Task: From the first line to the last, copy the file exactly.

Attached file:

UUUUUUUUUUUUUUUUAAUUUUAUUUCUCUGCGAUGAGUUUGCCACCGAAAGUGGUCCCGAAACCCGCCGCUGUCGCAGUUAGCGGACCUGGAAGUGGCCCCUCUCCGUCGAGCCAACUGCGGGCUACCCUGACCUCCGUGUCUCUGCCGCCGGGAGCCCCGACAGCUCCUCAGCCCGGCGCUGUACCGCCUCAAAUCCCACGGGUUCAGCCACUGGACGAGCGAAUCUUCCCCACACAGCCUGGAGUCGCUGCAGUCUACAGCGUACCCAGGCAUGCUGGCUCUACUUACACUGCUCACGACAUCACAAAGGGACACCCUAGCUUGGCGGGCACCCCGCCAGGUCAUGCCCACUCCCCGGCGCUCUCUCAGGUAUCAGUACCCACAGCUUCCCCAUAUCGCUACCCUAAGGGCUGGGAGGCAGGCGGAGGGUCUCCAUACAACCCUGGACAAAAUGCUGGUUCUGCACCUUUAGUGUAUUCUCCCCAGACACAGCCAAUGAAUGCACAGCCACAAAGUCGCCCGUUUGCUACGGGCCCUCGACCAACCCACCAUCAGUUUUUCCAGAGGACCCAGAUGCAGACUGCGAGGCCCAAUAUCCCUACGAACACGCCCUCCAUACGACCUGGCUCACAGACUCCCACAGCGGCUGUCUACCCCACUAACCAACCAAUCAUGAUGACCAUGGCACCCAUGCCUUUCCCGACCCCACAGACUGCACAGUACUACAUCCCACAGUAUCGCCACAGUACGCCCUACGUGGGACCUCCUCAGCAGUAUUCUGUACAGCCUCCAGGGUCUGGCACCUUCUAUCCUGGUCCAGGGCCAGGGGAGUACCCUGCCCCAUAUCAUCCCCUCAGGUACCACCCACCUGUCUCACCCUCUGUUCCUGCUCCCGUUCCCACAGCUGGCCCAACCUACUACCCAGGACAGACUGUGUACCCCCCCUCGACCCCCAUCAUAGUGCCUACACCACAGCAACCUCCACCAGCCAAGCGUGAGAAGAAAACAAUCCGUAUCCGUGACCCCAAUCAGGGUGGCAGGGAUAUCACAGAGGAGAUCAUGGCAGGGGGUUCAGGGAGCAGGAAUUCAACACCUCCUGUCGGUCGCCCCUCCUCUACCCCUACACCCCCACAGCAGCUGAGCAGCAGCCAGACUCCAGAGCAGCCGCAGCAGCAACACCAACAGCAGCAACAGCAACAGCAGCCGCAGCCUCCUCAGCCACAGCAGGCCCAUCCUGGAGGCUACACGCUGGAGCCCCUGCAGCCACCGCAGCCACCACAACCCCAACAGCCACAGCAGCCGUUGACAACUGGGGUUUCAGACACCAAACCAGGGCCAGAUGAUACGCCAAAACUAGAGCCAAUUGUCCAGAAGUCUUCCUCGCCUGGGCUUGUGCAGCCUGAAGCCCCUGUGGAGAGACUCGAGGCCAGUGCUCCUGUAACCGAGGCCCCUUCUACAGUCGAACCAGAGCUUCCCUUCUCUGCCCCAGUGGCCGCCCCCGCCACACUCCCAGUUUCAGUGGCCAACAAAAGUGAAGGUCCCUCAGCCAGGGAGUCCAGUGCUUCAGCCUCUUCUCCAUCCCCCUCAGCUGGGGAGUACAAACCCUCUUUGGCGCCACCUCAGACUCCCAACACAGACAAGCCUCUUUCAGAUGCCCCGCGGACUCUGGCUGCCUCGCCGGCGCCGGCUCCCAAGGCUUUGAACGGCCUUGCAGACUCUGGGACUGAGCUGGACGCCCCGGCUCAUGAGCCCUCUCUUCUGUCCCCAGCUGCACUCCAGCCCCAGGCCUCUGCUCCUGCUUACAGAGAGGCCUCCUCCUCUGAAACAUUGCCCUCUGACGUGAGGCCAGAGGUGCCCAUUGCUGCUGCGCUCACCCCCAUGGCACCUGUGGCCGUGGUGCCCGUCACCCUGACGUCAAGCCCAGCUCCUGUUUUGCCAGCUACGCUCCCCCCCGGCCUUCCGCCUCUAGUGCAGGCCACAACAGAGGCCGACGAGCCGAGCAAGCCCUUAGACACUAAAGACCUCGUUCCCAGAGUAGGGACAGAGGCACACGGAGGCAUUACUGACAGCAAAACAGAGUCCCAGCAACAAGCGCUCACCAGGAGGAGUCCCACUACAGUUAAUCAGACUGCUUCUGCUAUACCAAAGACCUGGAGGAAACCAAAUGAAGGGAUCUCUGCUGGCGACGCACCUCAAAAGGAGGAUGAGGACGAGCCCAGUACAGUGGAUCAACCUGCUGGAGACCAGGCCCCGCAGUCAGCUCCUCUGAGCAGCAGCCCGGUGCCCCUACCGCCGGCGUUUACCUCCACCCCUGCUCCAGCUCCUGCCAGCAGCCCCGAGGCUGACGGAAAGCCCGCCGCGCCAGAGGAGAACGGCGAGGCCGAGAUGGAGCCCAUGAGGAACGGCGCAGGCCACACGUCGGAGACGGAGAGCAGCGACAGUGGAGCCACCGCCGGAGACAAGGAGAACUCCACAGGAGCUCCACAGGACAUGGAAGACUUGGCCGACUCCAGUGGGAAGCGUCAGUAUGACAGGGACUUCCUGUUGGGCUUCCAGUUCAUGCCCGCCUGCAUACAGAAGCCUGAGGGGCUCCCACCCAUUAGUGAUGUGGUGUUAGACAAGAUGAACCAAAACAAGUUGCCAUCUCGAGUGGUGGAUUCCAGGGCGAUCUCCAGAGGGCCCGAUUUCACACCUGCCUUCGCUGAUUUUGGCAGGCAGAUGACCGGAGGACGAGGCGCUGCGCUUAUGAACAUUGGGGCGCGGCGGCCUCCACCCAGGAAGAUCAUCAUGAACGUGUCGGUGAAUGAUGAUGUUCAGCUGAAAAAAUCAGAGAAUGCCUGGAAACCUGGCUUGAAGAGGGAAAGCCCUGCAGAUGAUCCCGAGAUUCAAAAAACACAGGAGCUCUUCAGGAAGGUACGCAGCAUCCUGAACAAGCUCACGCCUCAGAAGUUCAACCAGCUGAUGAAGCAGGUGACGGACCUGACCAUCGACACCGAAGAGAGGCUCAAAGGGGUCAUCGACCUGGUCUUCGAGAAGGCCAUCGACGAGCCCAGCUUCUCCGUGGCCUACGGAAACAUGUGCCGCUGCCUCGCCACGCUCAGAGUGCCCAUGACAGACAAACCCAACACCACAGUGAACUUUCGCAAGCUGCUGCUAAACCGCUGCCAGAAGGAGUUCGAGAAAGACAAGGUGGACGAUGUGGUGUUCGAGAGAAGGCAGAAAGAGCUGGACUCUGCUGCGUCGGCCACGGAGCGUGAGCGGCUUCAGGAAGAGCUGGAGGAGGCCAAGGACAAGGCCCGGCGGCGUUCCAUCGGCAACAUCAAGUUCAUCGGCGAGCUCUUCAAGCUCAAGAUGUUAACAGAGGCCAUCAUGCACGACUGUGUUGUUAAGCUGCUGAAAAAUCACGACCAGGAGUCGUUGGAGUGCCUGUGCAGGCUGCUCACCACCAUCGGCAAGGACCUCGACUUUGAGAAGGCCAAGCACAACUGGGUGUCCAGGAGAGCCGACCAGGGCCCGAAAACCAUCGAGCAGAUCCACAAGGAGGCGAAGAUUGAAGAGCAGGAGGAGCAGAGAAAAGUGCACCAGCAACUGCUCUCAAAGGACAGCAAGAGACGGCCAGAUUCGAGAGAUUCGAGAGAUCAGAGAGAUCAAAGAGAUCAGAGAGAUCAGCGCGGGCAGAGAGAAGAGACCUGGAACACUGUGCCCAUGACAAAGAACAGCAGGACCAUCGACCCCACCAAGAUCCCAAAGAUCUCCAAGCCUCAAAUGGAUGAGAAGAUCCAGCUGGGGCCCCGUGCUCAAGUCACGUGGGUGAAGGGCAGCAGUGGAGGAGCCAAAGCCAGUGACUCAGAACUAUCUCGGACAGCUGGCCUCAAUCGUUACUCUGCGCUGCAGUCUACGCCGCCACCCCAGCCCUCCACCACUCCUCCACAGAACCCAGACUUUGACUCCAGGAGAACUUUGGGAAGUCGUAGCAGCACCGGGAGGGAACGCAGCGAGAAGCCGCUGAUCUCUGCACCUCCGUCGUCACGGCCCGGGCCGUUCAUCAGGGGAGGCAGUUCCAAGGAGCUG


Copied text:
UUUUUUUUUUUUUUUUAAUUUUAUUUCUCUGCGAUGAGUUUGCCACCGAAAGUGGUCCCGAAACCCGCCGCUGUCGCAGUUAGCGGACCUGGAAGUGGCCCCUCUCCGUCGAGCCAACUGCGGGCUACCCUGACCUCCGUGUCUCUGCCGCCGGGAGCCCCGACAGCUCCUCAGCCCGGCGCUGUACCGCCUCAAAUCCCACGGGUUCAGCCACUGGACGAGCGAAUCUUCCCCACACAGCCUGGAGUCGCUGCAGUCUACAGCGUACCCAGGCAUGCUGGCUCUACUUACACUGCUCACGACAUCACAAAGGGACACCCUAGCUUGGCGGGCACCCCGCCAGGUCAUGCCCACUCCCCGGCGCUCUCUCAGGUAUCAGUACCCACAGCUUCCCCAUAUCGCUACCCUAAGGGCUGGGAGGCAGGCGGAGGGUCUCCAUACAACCCUGGACAAAAUGCUGGUUCUGCACCUUUAGUGUAUUCUCCCCAGACACAGCCAAUGAAUGCACAGCCACAAAGUCGCCCGUUUGCUACGGGCCCUCGACCAACCCACCAUCAGUUUUUCCAGAGGACCCAGAUGCAGACUGCGAGGCCCAAUAUCCCUACGAACACGCCCUCCAUACGACCUGGCUCACAGACUCCCACAGCGGCUGUCUACCCCACUAACCAACCAAUCAUGAUGACCAUGGCACCCAUGCCUUUCCCGACCCCACAGACUGCACAGUACUACAUCCCACAGUAUCGCCACAGUACGCCCUACGUGGGACCUCCUCAGCAGUAUUCUGUACAGCCUCCAGGGUCUGGCACCUUCUAUCCUGGUCCAGGGCCAGGGGAGUACCCUGCCCCAUAUCAUCCCCUCAGGUACCACCCACCUGUCUCACCCUCUGUUCCUGCUCCCGUUCCCACAGCUGGCCCAACCUACUACCCAGGACAGACUGUGUACCCCCCCUCGACCCCCAUCAUAGUGCCUACACCACAGCAACCUCCACCAGCCAAGCGUGAGAAGAAAACAAUCCGUAUCCGUGACCCCAAUCAGGGUGGCAGGGAUAUCACAGAGGAGAUCAUGGCAGGGGGUUCAGGGAGCAGGAAUUCAACACCUCCUGUCGGUCGCCCCUCCUCUACCCCUACACCCCCACAGCAGCUGAGCAGCAGCCAGACUCCAGAGCAGCCGCAGCAGCAACACCAACAGCAGCAACAGCAACAGCAGCCGCAGCCUCCUCAGCCACAGCAGGCCCAUCCUGGAGGCUACACGCUGGAGCCCCUGCAGCCACCGCAGCCACCACAACCCCAACAGCCACAGCAGCCGUUGACAACUGGGGUUUCAGACACCAAACCAGGGCCAGAUGAUACGCCAAAACUAGAGCCAAUUGUCCAGAAGUCUUCCUCGCCUGGGCUUGUGCAGCCUGAAGCCCCUGUGGAGAGACUCGAGGCCAGUGCUCCUGUAACCGAGGCCCCUUCUACAGUCGAACCAGAGCUUCCCUUCUCUGCCCCAGUGGCCGCCCCCGCCACACUCCCAGUUUCAGUGGCCAACAAAAGUGAAGGUCCCUCAGCCAGGGAGUCCAGUGCUUCAGCCUCUUCUCCAUCCCCCUCAGCUGGGGAGUACAAACCCUCUUUGGCGCCACCUCAGACUCCCAACACAGACAAGCCUCUUUCAGAUGCCCCGCGGACUCUGGCUGCCUCGCCGGCGCCGGCUCCCAAGGCUUUGAACGGCCUUGCAGACUCUGGGACUGAGCUGGACGCCCCGGCUCAUGAGCCCUCUCUUCUGUCCCCAGCUGCACUCCAGCCCCAGGCCUCUGCUCCUGCUUACAGAGAGGCCUCCUCCUCUGAAACAUUGCCCUCUGACGUGAGGCCAGAGGUGCCCAUUGCUGCUGCGCUCACCCCCAUGGCACCUGUGGCCGUGGUGCCCGUCACCCUGACGUCAAGCCCAGCUCCUGUUUUGCCAGCUACGCUCCCCCCCGGCCUUCCGCCUCUAGUGCAGGCCACAACAGAGGCCGACGAGCCGAGCAAGCCCUUAGACACUAAAGACCUCGUUCCCAGAGUAGGGACAGAGGCACACGGAGGCAUUACUGACAGCAAAACAGAGUCCCAGCAACAAGCGCUCACCAGGAGGAGUCCCACUACAGUUAAUCAGACUGCUUCUGCUAUACCAAAGACCUGGAGGAAACCAAAUGAAGGGAUCUCUGCUGGCGACGCACCUCAAAAGGAGGAUGAGGACGAGCCCAGUACAGUGGAUCAACCUGCUGGAGACCAGGCCCCGCAGUCAGCUCCUCUGAGCAGCAGCCCGGUGCCCCUACCGCCGGCGUUUACCUCCACCCCUGCUCCAGCUCCUGCCAGCAGCCCCGAGGCUGACGGAAAGCCCGCCGCGCCAGAGGAGAACGGCGAGGCCGAGAUGGAGCCCAUGAGGAACGGCGCAGGCCACACGUCGGAGACGGAGAGCAGCGACAGUGGAGCCACCGCCGGAGACAAGGAGAACUCCACAGGAGCUCCACAGGACAUGGAAGACUUGGCCGACUCCAGUGGGAAGCGUCAGUAUGACAGGGACUUCCUGUUGGGCUUCCAGUUCAUGCCCGCCUGCAUACAGAAGCCUGAGGGGCUCCCACCCAUUAGUGAUGUGGUGUUAGACAAGAUGAACCAAAACAAGUUGCCAUCUCGAGUGGUGGAUUCCAGGGCGAUCUCCAGAGGGCCCGAUUUCACACCUGCCUUCGCUGAUUUUGGCAGGCAGAUGACCGGAGGACGAGGCGCUGCGCUUAUGAACAUUGGGGCGCGGCGGCCUCCACCCAGGAAGAUCAUCAUGAACGUGUCGGUGAAUGAUGAUGUUCAGCUGAAAAAAUCAGAGAAUGCCUGGAAACCUGGCUUGAAGAGGGAAAGCCCUGCAGAUGAUCCCGAGAUUCAAAAAACACAGGAGCUCUUCAGGAAGGUACGCAGCAUCCUGAACAAGCUCACGCCUCAGAAGUUCAACCAGCUGAUGAAGCAGGUGACGGACCUGACCAUCGACACCGAAGAGAGGCUCAAAGGGGUCAUCGACCUGGUCUUCGAGAAGGCCAUCGACGAGCCCAGCUUCUCCGUGGCCUACGGAAACAUGUGCCGCUGCCUCGCCACGCUCAGAGUGCCCAUGACAGACAAACCCAACACCACAGUGAACUUUCGCAAGCUGCUGCUAAACCGCUGCCAGAAGGAGUUCGAGAAAGACAAGGUGGACGAUGUGGUGUUCGAGAGAAGGCAGAAAGAGCUGGACUCUGCUGCGUCGGCCACGGAGCGUGAGCGGCUUCAGGAAGAGCUGGAGGAGGCCAAGGACAAGGCCCGGCGGCGUUCCAUCGGCAACAUCAAGUUCAUCGGCGAGCUCUUCAAGCUCAAGAUGUUAACAGAGGCCAUCAUGCACGACUGUGUUGUUAAGCUGCUGAAAAAUCACGACCAGGAGUCGUUGGAGUGCCUGUGCAGGCUGCUCACCACCAUCGGCAAGGACCUCGACUUUGAGAAGGCCAAGCACAACUGGGUGUCCAGGAGAGCCGACCAGGGCCCGAAAACCAUCGAGCAGAUCCACAAGGAGGCGAAGAUUGAAGAGCAGGAGGAGCAGAGAAAAGUGCACCAGCAACUGCUCUCAAAGGACAGCAAGAGACGGCCAGAUUCGAGAGAUUCGAGAGAUCAGAGAGAUCAAAGAGAUCAGAGAGAUCAGCGCGGGCAGAGAGAAGAGACCUGGAACACUGUGCCCAUGACAAAGAACAGCAGGACCAUCGACCCCACCAAGAUCCCAAAGAUCUCCAAGCCUCAAAUGGAUGAGAAGAUCCAGCUGGGGCCCCGUGCUCAAGUCACGUGGGUGAAGGGCAGCAGUGGAGGAGCCAAAGCCAGUGACUCAGAACUAUCUCGGACAGCUGGCCUCAAUCGUUACUCUGCGCUGCAGUCUACGCCGCCACCCCAGCCCUCCACCACUCCUCCACAGAACCCAGACUUUGACUCCAGGAGAACUUUGGGAAGUCGUAGCAGCACCGGGAGGGAACGCAGCGAGAAGCCGCUGAUCUCUGCACCUCCGUCGUCACGGCCCGGGCCGUUCAUCAGGGGAGGCAGUUCCAAGGAGCUG